'Vocational education can give people a life of dignity'
An emphasis on academic achievement is well established in India, with many parents desperate for their children to attend university and gain employment in a white-collar profession. But the country is paying the price for neglecting "less glamorous" vocational education, with many industries suffering from a shortage of skilled workers, experts have warned.
Now the Indian government is trying to turn things around by launching a major campaign to promote skills training and attract young people to vocational courses. It is aiming to train a staggering 500 million people by 2022, and as a start has set aside 10 billion rupees (pound;118 million) in the 2013-14 budget. It will give 1 million students 10,000 rupees (pound;118) each as an incentive to pursue skills training.
A survey launched to gauge the public perception of skills training in five key areas of the country will report back in June, and an advertising campaign will be rolled out in July. "Vocational education suffers from a poor perception problem. It is considered second to the formal education stream. This campaign will try to change that," said a spokesman for the National Skill Development Corporation, which is overseeing the initiative.
The move to popularise vocational education comes as dozens of colleges based in England seek to open permanent campuses in India in an attempt to cash in on the growing demand. They are being joined by institutions from the US, Canada, Australia, New Zealand and Germany.
Goutam Roy of Future Group, an Indian organisation that has linked up with the corporation to train 7 million people by 2022, said: "In India, education is perceived as what is taught in the classrooms of traditional schools and colleges, and training in specific skills is not considered an educational discipline.
"The campaign will target the qualified unemployed in urban India and not- eligible (unqualified) candidates in rural areas. The effort is to tell people that vocational education can give them a life of dignity."
But Adrian Mutton, chief executive of Sannam S4, a company that helps educational institutions to enter the Indian market, said that trying to change Indian society's perception of vocational education would be difficult. "There's a robotic fixation among parents to have their children go into higher education and a genuine apathy towards participating in vocational education," he said.
Mr Mutton, who has advised both the British and Indian governments, said that the roots of the problem are in India's caste system and the expectation that certain classes of people will go into certain trades or professions.
"When it comes to encouraging young people to undertake vocational training, the natural position of many Indian parents is that they don't want their children to be plumbers or electricians because those jobs are seen as being for lower-class citizens," he said.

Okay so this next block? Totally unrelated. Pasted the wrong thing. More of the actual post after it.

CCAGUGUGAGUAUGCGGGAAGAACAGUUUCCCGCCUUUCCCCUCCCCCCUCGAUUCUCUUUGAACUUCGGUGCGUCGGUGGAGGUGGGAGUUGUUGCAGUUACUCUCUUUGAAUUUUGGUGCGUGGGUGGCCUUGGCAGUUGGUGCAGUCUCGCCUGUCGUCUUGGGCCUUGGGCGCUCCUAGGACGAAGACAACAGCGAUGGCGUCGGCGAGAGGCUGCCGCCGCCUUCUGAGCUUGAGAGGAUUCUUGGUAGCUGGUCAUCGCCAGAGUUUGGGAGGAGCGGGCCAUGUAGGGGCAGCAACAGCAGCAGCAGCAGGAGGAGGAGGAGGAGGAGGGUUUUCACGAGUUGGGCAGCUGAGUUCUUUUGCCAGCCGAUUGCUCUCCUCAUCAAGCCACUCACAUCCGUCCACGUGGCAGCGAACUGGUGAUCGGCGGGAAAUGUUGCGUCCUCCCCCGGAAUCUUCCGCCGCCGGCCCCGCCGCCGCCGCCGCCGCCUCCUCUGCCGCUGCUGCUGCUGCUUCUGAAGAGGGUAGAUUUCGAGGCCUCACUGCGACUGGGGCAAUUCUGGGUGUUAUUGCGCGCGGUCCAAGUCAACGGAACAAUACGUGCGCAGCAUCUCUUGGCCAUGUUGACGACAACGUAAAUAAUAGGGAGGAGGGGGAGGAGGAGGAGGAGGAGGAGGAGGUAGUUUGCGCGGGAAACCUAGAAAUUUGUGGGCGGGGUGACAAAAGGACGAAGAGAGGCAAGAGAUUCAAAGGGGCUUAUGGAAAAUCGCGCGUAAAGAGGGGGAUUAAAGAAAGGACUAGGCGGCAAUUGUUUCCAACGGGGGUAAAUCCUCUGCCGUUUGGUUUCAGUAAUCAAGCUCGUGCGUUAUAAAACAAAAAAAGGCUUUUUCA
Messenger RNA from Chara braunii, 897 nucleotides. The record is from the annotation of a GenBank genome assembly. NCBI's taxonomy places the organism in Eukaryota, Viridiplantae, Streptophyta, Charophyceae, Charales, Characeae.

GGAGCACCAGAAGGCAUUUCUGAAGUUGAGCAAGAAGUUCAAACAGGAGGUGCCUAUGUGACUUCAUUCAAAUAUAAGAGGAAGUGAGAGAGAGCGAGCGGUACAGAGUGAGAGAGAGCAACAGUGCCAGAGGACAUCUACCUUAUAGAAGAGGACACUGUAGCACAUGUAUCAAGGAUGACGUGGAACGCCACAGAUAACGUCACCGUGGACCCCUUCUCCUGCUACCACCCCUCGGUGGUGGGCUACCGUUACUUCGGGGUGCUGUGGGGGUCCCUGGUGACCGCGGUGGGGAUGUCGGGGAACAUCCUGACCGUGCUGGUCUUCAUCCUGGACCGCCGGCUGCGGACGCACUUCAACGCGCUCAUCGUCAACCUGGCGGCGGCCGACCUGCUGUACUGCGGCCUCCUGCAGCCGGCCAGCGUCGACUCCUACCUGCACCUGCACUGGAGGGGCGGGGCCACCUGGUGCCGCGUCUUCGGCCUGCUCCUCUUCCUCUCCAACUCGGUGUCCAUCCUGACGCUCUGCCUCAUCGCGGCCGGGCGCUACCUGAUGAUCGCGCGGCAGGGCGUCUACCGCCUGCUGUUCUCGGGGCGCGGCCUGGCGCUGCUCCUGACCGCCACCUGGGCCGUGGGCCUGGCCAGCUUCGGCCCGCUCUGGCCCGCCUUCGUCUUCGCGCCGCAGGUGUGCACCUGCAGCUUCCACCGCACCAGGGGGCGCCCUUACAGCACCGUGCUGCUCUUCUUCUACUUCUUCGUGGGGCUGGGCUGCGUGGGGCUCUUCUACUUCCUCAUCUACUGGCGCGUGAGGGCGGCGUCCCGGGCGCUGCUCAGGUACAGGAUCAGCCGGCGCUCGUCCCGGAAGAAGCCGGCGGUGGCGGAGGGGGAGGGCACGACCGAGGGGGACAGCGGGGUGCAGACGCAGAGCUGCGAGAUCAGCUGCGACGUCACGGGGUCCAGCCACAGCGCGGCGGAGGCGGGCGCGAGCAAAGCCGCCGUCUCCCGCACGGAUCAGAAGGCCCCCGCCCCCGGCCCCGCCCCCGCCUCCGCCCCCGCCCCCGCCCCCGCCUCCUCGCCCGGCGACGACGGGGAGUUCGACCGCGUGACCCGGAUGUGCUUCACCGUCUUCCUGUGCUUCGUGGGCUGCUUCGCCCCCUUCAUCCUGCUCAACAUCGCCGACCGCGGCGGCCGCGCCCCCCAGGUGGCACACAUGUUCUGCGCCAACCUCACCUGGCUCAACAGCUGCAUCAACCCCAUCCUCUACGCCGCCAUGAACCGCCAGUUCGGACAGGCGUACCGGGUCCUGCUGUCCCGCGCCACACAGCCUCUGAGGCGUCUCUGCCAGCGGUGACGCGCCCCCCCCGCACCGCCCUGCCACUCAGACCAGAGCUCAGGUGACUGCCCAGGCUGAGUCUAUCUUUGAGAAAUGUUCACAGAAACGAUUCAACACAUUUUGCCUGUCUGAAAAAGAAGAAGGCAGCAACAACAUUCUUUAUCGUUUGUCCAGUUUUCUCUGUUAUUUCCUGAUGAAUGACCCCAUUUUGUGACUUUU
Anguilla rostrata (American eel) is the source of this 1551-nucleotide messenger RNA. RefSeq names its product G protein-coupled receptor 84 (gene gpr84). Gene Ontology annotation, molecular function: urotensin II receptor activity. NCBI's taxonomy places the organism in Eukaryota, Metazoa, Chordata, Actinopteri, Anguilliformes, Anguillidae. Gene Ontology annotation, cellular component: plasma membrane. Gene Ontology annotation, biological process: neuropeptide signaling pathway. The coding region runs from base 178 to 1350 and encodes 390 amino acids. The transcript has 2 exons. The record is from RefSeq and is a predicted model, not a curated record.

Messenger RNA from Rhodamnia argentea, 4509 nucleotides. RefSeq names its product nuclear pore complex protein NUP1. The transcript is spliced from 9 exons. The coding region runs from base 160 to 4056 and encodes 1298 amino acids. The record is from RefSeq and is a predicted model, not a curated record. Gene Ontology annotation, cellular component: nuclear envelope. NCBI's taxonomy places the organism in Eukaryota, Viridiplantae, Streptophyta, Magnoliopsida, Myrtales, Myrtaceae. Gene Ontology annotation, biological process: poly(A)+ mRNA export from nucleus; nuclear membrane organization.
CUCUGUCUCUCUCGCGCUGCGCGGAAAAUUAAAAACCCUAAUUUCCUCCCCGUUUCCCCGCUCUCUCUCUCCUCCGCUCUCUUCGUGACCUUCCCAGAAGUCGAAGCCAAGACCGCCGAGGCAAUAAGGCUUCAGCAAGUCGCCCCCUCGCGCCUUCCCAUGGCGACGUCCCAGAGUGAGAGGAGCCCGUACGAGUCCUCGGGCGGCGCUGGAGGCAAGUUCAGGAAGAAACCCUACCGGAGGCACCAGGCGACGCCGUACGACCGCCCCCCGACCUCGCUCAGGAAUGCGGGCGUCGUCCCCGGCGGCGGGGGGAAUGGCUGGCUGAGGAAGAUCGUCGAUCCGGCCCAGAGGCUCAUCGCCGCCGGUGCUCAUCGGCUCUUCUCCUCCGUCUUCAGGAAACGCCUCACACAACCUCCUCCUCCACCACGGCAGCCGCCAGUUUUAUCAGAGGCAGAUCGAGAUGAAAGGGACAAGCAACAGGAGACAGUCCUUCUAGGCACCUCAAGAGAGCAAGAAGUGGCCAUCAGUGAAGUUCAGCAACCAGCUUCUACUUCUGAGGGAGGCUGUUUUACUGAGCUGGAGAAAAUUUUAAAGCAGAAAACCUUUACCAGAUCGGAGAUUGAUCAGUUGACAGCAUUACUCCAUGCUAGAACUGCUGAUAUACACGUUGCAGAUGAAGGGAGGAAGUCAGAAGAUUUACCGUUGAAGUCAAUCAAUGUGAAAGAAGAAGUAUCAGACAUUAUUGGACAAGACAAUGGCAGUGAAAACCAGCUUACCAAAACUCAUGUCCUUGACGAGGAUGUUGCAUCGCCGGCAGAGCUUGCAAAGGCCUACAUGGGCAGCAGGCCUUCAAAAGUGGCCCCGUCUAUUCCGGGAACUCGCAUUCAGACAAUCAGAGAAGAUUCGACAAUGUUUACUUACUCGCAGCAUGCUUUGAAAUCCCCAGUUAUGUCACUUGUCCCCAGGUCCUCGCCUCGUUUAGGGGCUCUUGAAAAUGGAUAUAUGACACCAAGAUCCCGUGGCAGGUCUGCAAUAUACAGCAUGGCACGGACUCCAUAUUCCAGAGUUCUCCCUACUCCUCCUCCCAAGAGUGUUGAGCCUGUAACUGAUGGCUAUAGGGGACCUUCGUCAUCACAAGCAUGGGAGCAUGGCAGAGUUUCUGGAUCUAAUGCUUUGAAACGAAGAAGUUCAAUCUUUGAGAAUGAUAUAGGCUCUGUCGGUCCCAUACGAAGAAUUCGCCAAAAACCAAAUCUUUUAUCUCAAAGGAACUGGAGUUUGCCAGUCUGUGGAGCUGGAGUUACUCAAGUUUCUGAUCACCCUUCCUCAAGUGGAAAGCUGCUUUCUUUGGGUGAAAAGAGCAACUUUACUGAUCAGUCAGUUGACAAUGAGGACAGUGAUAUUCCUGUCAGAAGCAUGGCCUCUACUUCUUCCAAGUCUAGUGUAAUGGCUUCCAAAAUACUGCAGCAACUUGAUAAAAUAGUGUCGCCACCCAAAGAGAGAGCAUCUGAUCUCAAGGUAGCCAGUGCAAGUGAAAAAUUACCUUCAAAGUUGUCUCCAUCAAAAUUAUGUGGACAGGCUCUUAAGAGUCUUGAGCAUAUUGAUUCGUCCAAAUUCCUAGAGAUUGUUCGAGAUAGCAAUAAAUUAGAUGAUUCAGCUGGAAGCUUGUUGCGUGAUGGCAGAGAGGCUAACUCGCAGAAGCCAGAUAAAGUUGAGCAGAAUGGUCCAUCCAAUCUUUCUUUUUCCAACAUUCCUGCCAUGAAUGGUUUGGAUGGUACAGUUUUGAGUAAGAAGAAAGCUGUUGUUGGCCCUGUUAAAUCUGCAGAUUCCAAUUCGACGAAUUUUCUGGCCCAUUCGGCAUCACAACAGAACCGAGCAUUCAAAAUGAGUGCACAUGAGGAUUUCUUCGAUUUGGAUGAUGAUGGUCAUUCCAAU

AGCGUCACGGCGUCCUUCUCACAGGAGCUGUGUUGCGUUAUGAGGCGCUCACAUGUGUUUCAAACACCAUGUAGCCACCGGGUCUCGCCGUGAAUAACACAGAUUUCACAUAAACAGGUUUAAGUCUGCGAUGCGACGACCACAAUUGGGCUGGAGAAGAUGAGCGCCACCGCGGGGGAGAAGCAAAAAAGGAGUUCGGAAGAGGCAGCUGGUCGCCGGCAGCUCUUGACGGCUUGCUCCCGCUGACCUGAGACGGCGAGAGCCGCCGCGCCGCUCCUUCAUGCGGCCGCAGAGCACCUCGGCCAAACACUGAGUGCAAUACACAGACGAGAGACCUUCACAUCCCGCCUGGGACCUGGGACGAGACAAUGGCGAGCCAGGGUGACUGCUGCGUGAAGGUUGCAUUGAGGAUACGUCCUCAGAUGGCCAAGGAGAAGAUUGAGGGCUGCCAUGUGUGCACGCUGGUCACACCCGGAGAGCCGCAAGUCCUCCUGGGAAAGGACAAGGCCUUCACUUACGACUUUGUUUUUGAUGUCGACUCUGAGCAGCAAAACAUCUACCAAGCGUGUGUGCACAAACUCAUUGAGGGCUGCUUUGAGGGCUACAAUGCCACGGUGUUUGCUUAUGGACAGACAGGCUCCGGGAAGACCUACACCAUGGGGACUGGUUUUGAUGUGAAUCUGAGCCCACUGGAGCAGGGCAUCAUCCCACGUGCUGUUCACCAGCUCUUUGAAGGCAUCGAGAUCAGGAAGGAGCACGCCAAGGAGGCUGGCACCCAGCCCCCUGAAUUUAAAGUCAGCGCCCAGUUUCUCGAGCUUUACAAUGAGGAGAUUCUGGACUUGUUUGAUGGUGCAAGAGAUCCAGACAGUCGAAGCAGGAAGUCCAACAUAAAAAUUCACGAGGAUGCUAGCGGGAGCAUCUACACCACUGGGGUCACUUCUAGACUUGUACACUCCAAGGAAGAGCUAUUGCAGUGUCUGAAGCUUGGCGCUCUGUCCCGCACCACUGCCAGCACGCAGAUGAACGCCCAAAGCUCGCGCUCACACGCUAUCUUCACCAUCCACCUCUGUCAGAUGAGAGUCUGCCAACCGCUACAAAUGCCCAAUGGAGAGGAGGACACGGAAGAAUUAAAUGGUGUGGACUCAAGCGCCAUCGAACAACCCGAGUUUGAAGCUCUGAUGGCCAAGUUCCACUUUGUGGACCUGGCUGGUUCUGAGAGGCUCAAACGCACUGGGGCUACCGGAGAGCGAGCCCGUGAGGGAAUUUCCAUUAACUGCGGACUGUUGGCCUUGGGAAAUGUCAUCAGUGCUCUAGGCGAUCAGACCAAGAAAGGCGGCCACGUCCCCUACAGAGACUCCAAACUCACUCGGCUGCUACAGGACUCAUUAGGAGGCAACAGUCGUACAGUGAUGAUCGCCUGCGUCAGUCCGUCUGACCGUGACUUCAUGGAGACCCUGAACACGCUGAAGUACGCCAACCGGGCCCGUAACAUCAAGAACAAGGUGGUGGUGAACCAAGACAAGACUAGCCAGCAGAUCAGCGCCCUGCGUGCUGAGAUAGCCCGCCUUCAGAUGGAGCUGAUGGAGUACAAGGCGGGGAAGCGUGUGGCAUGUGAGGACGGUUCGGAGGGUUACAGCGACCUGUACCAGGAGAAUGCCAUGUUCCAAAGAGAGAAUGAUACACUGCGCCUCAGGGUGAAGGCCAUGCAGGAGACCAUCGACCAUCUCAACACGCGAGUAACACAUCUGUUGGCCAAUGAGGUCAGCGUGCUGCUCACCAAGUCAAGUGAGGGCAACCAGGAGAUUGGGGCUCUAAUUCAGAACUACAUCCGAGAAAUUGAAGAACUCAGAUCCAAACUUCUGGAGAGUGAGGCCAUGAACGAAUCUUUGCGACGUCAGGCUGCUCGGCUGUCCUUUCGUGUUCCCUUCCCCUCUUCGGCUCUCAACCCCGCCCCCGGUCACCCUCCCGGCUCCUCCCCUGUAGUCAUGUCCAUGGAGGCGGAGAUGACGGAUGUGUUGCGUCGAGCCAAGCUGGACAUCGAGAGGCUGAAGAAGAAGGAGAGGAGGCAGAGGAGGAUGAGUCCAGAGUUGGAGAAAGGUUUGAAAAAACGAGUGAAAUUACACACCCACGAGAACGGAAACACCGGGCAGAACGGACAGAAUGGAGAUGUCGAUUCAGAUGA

"The campaign is (a) worthwhile endeavour and a good start, but the government will have to do more if it is to tackle this. India faces an enormous society-wide problem if it doesn't, because it will have so many people out of work. The economy won't progress because it won't have the drivers it needs to improve."
India's vocational training sector consists of a mix of government-funded industrial training institutes and a growing private sector. But because there are no agreed national standards for vocational training, it is hard to know whether graduates are skilled enough for work.
This has led to industries complaining of a "severe" shortage of employable workers. The automobile industry is likely to be hit by a shortage of 300,000 skilled workers, according to a 2011 survey, and it is estimated that the pharmaceutical industry will need 2.5 million skilled professionals by 2022 - more than double its current workforce of 1.1 million.
Although the government wants to create an agreed national skills framework, its task is made more difficult by the fact that individual states have their own standards and the private sector is content to do its own thing. The influx of foreign college providers may help to improve standards but they are also not bound by any national education or skills strategy.
The undeveloped nature of vocational education in India means that it is difficult to know how many young people are undertaking training. A World Bank report from 2006 suggested that only 2 per cent of 15- to 29-year- olds were receiving formal training, with another 8 per cent in non-formal training. By contrast, research published this week found that, on average, more than 50 per cent of 14- to 18-year-olds across the European Union do some vocational study (see below).
A report published this week has revealed that the uptake of vocational training for young people in the UK is among the lowest in the European Union.
Just 32 per cent of 14- to 18- year-olds in the UK undertake some vocational study, compared with an EU average of more than 50 per cent.
The figure was 80 per cent in Liechtenstein and more than 70 per cent in Belgium, the Czech Republic, Croatia and Austria.
The report, commissioned by English education charity the Edge Foundation, suggested a link between high levels of youth unemployment and low take-up of vocational courses in the UK.
Photo credit: Reuters